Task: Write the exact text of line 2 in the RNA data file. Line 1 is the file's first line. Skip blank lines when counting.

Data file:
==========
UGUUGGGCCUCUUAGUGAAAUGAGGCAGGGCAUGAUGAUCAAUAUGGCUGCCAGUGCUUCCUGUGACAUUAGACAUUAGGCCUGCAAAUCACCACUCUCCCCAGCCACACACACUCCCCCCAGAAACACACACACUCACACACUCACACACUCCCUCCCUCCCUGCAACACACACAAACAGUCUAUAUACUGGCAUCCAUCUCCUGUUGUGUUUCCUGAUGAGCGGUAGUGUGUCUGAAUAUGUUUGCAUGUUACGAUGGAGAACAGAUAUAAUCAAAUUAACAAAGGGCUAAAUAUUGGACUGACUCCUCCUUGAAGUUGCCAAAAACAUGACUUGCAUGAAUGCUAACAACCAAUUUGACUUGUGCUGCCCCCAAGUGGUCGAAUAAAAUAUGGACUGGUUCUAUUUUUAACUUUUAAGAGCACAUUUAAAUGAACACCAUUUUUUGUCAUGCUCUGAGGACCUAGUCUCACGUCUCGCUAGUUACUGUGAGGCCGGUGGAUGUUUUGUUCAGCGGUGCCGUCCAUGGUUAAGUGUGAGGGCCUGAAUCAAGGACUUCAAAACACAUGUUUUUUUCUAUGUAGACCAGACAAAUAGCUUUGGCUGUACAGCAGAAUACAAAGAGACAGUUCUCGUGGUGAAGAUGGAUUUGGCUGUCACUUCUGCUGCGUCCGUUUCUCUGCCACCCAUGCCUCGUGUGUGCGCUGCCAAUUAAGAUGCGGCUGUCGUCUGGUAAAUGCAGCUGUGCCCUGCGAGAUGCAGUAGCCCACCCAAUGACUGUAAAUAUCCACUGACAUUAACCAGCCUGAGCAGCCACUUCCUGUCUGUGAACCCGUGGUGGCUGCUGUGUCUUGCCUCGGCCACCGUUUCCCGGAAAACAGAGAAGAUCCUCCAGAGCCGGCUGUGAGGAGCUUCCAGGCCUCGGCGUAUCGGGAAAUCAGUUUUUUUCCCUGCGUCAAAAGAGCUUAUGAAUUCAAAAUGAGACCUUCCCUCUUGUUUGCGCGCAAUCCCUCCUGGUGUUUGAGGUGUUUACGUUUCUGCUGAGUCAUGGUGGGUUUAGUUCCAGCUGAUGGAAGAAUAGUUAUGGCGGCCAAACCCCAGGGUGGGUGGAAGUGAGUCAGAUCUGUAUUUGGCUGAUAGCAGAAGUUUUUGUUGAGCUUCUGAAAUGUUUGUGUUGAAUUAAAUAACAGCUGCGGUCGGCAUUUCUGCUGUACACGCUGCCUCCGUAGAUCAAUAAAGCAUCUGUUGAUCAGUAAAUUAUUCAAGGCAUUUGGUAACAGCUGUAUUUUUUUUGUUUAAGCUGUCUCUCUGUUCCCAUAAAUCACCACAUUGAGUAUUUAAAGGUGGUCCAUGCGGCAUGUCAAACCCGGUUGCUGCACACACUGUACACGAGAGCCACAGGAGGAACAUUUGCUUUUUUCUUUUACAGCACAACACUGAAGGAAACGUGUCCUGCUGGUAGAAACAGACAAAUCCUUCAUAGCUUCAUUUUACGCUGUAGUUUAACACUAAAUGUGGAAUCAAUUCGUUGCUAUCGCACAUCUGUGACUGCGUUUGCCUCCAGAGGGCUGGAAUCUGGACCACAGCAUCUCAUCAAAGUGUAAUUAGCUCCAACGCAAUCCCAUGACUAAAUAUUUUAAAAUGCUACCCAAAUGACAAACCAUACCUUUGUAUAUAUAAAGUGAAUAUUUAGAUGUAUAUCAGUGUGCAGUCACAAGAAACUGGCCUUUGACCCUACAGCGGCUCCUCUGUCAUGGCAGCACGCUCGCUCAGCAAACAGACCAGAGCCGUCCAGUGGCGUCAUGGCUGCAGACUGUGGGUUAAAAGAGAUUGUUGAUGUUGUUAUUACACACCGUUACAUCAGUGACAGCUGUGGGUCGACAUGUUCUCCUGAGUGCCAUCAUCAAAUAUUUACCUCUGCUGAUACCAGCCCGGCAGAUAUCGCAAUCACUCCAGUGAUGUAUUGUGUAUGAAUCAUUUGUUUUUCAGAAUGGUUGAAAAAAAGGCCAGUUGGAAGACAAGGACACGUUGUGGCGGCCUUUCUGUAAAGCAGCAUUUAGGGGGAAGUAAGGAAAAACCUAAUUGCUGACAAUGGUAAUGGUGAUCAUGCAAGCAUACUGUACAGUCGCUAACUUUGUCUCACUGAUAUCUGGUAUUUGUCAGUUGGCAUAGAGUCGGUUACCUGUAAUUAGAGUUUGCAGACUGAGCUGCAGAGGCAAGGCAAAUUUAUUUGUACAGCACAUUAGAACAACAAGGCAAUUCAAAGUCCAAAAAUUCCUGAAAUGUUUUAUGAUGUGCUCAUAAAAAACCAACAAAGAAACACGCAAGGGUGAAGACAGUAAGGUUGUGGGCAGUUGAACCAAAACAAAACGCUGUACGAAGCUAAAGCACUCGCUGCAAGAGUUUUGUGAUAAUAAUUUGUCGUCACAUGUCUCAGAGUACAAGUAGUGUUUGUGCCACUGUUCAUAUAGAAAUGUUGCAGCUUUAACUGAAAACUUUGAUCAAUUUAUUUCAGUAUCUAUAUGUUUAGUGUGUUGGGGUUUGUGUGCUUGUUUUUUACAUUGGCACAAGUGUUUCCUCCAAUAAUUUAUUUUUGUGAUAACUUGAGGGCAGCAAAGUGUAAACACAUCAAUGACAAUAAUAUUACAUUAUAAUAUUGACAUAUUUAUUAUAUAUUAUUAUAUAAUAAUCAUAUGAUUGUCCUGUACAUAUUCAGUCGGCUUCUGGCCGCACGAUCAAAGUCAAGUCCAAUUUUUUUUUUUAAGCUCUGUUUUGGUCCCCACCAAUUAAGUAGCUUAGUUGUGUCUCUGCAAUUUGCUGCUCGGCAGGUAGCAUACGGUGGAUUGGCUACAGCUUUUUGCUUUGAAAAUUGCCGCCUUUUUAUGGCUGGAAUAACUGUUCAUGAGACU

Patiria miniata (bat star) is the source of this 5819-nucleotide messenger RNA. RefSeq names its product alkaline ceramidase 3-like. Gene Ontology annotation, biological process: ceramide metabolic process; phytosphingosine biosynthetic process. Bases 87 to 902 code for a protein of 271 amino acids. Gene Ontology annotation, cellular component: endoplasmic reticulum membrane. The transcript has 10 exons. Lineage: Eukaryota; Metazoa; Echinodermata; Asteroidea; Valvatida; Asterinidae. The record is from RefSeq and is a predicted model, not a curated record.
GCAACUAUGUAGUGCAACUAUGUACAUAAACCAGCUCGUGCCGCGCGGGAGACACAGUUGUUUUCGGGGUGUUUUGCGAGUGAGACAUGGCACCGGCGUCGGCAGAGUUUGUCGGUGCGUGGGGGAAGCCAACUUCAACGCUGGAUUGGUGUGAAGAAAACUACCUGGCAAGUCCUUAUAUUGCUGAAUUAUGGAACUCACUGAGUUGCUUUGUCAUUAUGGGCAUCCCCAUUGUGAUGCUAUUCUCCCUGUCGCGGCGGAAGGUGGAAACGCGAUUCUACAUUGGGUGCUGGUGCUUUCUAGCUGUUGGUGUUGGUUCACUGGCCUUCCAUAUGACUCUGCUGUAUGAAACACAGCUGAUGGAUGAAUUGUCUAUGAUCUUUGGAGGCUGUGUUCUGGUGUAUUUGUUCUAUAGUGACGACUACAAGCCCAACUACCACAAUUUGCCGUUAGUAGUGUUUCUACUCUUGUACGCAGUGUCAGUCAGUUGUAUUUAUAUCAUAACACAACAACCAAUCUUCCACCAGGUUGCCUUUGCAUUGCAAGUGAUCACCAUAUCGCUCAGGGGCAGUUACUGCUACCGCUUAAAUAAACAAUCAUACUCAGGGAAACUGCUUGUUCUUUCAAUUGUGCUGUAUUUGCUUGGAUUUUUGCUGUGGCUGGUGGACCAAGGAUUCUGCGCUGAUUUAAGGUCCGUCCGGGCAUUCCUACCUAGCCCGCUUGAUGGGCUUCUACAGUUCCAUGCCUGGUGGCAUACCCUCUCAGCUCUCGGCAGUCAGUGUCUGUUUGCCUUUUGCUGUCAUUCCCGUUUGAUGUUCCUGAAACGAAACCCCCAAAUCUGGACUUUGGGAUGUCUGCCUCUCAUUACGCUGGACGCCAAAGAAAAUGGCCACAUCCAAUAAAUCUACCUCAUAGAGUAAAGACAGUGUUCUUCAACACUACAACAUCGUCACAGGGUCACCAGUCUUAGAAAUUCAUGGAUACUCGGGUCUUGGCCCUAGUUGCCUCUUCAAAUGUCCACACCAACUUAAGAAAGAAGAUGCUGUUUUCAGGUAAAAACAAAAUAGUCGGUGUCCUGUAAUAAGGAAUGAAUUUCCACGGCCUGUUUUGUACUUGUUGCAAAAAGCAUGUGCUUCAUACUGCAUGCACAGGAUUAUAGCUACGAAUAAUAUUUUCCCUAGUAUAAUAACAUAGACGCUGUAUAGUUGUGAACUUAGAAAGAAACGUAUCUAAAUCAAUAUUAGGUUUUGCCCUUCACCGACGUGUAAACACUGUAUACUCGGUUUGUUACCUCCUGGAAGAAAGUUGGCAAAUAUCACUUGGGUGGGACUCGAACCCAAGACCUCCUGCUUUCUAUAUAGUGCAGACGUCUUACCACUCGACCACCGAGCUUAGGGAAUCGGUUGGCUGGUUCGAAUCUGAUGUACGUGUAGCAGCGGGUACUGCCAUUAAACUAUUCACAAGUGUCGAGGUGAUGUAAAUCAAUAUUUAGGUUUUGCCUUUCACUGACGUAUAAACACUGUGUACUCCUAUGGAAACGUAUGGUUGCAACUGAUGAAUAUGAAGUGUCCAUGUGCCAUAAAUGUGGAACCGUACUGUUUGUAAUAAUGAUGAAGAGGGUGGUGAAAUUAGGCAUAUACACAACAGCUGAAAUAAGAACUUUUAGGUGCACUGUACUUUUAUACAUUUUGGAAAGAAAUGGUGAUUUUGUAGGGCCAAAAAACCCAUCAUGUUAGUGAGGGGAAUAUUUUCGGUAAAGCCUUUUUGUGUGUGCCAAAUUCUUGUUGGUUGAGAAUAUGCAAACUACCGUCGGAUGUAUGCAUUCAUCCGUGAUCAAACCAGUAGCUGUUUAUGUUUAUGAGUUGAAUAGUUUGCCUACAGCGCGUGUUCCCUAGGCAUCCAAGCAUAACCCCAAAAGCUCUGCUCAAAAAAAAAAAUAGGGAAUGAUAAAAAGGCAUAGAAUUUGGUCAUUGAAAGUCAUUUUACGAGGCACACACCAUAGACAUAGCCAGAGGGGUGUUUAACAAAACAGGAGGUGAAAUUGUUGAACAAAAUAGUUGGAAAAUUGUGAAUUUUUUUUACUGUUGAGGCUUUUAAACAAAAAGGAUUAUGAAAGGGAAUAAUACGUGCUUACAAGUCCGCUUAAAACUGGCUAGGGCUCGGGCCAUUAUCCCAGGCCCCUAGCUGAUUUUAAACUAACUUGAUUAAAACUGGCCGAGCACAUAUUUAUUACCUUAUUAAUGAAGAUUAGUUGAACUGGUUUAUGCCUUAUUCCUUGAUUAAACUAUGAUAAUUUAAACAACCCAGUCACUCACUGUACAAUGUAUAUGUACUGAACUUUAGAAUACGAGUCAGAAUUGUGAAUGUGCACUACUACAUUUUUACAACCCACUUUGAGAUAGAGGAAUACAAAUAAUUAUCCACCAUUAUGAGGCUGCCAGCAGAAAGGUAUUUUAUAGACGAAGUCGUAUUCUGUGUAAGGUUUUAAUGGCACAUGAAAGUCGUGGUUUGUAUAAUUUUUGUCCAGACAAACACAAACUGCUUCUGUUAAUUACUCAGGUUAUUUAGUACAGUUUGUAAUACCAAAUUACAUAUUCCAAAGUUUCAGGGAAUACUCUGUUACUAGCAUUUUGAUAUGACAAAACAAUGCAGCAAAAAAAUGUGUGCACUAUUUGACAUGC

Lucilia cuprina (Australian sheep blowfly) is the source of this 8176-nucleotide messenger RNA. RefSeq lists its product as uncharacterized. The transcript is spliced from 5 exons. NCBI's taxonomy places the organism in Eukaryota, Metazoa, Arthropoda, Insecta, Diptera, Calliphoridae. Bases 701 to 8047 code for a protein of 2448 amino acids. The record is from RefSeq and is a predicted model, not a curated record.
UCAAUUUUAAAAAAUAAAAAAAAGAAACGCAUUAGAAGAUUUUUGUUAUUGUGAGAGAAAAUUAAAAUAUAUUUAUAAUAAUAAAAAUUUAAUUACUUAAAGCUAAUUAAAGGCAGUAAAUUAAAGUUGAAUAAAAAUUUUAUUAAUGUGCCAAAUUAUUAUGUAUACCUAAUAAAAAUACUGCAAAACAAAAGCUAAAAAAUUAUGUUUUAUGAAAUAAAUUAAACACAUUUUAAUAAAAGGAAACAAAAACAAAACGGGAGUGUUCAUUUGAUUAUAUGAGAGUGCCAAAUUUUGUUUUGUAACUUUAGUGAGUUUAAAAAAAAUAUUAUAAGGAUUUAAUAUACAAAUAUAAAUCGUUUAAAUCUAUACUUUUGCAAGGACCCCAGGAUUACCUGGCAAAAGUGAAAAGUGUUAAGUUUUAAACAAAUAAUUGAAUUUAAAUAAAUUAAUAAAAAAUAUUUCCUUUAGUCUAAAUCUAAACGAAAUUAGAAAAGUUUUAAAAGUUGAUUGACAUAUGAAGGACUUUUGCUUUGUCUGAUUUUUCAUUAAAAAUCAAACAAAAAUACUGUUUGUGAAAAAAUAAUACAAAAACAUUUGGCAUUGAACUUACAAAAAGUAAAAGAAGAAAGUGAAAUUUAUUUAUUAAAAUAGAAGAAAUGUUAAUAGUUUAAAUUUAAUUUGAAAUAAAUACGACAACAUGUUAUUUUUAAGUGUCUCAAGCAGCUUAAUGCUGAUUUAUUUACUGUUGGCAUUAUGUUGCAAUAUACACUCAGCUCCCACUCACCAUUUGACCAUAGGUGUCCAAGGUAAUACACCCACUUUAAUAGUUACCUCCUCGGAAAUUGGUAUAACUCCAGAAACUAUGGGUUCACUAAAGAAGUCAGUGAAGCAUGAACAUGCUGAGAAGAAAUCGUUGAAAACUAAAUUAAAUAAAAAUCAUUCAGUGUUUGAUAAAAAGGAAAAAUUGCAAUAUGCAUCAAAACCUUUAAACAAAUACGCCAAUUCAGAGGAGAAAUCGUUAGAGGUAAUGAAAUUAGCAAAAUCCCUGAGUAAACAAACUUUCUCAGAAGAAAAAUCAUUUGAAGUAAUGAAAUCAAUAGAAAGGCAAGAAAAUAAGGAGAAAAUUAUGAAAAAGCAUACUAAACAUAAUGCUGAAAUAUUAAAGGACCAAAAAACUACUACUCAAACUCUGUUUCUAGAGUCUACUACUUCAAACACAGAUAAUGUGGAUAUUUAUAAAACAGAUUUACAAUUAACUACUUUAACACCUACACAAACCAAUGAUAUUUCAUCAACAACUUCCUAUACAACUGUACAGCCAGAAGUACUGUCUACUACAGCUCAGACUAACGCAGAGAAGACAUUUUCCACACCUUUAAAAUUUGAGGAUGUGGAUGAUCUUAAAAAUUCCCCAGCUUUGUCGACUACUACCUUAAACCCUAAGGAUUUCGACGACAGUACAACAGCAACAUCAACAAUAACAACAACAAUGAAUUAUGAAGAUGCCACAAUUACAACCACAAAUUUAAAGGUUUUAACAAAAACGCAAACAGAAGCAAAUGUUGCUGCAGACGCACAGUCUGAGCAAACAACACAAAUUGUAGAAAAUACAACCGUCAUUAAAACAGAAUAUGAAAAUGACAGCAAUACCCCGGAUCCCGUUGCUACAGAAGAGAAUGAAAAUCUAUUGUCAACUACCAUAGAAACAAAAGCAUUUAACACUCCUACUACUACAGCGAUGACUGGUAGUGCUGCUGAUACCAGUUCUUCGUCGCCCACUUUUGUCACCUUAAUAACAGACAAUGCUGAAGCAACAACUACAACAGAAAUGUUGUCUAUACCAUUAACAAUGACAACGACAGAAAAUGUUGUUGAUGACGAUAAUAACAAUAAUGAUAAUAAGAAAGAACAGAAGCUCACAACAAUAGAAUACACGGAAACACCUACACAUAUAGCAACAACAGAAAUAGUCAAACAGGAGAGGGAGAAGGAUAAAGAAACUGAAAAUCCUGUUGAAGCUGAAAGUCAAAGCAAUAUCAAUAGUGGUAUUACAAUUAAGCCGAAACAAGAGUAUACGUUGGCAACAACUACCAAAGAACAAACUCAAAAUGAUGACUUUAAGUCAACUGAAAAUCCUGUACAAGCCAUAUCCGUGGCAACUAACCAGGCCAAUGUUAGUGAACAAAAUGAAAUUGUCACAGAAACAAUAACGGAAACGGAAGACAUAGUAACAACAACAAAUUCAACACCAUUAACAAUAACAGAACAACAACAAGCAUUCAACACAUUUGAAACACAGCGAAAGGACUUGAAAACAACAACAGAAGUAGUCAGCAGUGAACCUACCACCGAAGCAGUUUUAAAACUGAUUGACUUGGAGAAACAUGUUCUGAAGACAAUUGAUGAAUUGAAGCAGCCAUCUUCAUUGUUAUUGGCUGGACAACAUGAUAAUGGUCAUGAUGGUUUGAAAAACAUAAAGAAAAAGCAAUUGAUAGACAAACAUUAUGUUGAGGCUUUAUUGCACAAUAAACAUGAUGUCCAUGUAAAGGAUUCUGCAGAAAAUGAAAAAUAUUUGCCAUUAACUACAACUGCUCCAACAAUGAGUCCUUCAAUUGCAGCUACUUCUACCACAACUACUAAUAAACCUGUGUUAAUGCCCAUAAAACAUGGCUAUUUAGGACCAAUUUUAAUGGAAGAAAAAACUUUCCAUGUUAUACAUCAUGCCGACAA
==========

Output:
Patiria miniata (bat star) is the source of this 5819-nucleotide messenger RNA. RefSeq names its product alkaline ceramidase 3-like. Gene Ontology annotation, biological process: ceramide metabolic process; phytosphingosine biosynthetic process. Bases 87 to 902 code for a protein of 271 amino acids. Gene Ontology annotation, cellular component: endoplasmic reticulum membrane. The transcript has 10 exons. Lineage: Eukaryota; Metazoa; Echinodermata; Asteroidea; Valvatida; Asterinidae. The record is from RefSeq and is a predicted model, not a curated record.